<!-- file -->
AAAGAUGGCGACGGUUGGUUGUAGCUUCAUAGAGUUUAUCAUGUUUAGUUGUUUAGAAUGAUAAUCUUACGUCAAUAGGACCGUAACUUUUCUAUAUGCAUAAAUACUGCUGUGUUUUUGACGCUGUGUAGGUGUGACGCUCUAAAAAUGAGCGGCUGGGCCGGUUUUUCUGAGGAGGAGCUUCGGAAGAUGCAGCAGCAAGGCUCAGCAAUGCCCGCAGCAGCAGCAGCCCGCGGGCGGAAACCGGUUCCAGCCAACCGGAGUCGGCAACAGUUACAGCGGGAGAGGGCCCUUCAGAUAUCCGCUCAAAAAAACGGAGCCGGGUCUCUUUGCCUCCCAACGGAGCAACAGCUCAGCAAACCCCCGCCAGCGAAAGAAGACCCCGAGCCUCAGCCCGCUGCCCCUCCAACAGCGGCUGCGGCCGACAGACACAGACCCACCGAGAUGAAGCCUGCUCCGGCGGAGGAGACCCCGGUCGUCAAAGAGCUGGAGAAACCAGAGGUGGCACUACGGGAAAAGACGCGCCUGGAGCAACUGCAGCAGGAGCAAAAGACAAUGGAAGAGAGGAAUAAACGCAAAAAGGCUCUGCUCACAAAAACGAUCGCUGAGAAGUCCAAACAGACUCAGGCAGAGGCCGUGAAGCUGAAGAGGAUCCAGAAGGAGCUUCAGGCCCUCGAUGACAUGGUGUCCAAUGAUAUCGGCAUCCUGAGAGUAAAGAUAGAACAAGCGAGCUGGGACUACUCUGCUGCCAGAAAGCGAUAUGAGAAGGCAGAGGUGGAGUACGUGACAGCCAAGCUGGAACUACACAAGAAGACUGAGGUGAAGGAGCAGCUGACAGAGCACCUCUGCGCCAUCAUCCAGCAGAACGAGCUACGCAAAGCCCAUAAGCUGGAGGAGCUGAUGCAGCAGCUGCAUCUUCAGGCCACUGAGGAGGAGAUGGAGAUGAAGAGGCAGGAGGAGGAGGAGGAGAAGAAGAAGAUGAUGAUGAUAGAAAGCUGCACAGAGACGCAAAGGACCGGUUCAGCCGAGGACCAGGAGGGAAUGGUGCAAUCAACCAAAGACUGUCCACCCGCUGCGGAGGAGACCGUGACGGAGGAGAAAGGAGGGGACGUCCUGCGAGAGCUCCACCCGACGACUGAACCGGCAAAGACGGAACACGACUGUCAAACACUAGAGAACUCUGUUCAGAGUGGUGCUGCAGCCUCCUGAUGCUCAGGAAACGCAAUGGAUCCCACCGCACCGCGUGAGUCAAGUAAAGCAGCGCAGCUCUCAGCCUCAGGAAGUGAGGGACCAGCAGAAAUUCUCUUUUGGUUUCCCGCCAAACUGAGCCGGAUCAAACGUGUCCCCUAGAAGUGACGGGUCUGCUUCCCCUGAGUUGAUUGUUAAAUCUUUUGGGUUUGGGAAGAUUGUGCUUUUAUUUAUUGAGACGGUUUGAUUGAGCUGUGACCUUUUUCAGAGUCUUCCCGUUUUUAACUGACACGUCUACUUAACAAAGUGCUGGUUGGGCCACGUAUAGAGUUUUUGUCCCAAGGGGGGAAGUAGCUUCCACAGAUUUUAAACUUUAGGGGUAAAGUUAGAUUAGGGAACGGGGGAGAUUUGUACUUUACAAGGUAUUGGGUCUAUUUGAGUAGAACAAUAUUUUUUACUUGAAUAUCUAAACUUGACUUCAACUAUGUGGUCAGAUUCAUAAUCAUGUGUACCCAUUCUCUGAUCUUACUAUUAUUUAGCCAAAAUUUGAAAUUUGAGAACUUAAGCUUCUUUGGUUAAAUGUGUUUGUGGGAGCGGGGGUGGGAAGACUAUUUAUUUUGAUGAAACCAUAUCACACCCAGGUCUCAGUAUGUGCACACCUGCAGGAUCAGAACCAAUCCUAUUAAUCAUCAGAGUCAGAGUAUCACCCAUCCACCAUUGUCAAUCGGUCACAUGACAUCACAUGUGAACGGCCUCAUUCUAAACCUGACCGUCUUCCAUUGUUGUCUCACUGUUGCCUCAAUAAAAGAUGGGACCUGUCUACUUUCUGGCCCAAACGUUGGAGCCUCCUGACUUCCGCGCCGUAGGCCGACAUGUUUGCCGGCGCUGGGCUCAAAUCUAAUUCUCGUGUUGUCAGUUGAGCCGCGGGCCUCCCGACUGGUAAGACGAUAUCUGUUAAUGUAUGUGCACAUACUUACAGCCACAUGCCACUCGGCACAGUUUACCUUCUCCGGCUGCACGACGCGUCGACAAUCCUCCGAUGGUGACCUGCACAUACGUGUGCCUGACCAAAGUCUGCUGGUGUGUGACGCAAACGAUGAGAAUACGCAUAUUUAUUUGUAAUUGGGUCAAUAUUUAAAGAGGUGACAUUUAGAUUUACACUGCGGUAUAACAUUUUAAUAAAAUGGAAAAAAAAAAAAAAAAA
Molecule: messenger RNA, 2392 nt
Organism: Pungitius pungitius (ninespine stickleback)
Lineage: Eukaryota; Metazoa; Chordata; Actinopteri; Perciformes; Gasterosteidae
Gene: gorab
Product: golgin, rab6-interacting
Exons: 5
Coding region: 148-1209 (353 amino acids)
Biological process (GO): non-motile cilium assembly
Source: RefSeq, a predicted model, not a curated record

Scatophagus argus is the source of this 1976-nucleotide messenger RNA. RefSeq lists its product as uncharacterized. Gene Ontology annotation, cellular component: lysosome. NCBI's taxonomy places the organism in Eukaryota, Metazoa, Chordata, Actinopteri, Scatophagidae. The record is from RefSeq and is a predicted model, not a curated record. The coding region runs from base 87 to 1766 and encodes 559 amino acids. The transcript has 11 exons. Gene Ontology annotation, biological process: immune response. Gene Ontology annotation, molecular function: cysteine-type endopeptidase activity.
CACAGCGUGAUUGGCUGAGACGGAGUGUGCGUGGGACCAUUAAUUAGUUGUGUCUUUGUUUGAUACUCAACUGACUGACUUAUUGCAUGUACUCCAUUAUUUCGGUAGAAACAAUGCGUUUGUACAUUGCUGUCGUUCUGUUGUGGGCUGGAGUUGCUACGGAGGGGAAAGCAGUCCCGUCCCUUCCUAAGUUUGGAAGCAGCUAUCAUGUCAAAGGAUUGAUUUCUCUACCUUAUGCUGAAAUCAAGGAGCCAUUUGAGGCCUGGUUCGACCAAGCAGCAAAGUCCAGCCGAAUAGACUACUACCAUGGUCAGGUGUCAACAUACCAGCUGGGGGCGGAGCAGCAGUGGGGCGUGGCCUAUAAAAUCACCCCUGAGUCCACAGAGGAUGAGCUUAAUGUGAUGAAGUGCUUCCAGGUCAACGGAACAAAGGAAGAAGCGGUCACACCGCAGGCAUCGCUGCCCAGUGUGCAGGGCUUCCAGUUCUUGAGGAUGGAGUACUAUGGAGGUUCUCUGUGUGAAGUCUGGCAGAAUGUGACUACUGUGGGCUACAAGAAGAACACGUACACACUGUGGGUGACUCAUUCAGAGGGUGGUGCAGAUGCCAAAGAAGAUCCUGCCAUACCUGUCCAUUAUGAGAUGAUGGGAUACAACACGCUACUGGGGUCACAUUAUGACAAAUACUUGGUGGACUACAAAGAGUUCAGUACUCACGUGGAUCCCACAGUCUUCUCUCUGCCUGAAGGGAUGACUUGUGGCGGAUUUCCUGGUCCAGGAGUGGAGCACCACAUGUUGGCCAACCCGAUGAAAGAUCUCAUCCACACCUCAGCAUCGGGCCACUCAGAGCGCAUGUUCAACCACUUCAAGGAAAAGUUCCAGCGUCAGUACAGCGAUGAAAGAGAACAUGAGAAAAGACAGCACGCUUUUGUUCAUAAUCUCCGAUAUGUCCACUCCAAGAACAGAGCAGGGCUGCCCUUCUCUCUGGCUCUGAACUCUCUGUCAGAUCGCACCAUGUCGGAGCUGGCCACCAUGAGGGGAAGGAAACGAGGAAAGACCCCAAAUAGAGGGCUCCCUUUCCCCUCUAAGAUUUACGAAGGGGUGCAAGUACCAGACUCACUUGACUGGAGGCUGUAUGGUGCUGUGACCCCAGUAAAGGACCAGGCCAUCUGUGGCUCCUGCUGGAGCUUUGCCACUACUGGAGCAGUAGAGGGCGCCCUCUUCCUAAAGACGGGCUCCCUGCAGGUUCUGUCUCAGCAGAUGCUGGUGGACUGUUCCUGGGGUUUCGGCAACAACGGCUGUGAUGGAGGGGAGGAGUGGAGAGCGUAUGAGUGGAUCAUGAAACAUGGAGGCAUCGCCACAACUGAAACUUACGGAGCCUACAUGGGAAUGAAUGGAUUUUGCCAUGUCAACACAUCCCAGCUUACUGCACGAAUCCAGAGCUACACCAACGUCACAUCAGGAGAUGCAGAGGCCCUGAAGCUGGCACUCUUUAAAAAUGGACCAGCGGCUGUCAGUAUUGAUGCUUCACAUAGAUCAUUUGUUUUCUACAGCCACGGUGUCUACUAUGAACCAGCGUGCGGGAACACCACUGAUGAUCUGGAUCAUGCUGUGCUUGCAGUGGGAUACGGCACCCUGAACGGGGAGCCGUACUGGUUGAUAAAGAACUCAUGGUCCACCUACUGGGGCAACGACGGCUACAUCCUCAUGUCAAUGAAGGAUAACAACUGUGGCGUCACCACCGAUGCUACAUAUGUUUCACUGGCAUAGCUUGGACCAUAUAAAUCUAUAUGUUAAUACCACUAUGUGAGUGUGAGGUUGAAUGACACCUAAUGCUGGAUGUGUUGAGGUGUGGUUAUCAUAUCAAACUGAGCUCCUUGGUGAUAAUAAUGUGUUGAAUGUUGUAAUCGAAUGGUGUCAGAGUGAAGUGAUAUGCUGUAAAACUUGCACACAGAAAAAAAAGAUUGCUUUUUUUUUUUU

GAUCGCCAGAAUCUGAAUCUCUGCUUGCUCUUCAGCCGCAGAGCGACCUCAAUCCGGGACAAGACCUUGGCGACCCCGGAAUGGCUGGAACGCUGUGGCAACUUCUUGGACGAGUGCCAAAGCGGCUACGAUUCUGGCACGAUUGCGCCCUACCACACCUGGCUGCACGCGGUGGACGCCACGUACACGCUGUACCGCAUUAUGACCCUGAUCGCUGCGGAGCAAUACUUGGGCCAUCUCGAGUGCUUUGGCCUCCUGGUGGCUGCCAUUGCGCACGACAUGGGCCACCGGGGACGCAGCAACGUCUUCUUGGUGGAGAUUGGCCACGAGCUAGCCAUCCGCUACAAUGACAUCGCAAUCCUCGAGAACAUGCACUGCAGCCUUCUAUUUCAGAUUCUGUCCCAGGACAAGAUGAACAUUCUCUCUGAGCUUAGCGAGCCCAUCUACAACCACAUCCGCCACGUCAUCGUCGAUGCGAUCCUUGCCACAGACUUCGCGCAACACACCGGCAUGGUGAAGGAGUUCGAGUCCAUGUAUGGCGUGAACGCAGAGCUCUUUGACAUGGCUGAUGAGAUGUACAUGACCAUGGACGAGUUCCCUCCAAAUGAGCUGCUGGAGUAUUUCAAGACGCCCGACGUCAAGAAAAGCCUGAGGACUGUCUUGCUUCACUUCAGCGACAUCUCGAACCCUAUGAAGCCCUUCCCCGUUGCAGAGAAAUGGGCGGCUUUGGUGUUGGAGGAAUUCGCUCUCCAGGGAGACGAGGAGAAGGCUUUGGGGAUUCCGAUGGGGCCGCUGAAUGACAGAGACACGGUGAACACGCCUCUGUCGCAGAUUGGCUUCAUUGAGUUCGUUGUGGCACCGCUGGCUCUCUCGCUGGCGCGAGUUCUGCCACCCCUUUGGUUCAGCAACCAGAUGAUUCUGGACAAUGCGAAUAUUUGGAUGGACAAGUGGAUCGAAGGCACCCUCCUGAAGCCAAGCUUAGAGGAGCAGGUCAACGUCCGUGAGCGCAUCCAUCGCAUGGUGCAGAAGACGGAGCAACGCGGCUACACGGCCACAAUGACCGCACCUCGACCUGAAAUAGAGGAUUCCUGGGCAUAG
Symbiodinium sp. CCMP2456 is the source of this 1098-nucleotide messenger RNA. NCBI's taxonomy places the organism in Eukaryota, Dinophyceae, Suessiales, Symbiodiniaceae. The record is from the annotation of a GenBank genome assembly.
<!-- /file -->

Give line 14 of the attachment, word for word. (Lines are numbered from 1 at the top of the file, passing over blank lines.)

Symbiodinium sp. CCMP2456 is the source of this 1098-nucleotide messenger RNA. NCBI's taxonomy places the organism in Eukaryota, Dinophyceae, Suessiales, Symbiodiniaceae. The record is from the annotation of a GenBank genome assembly.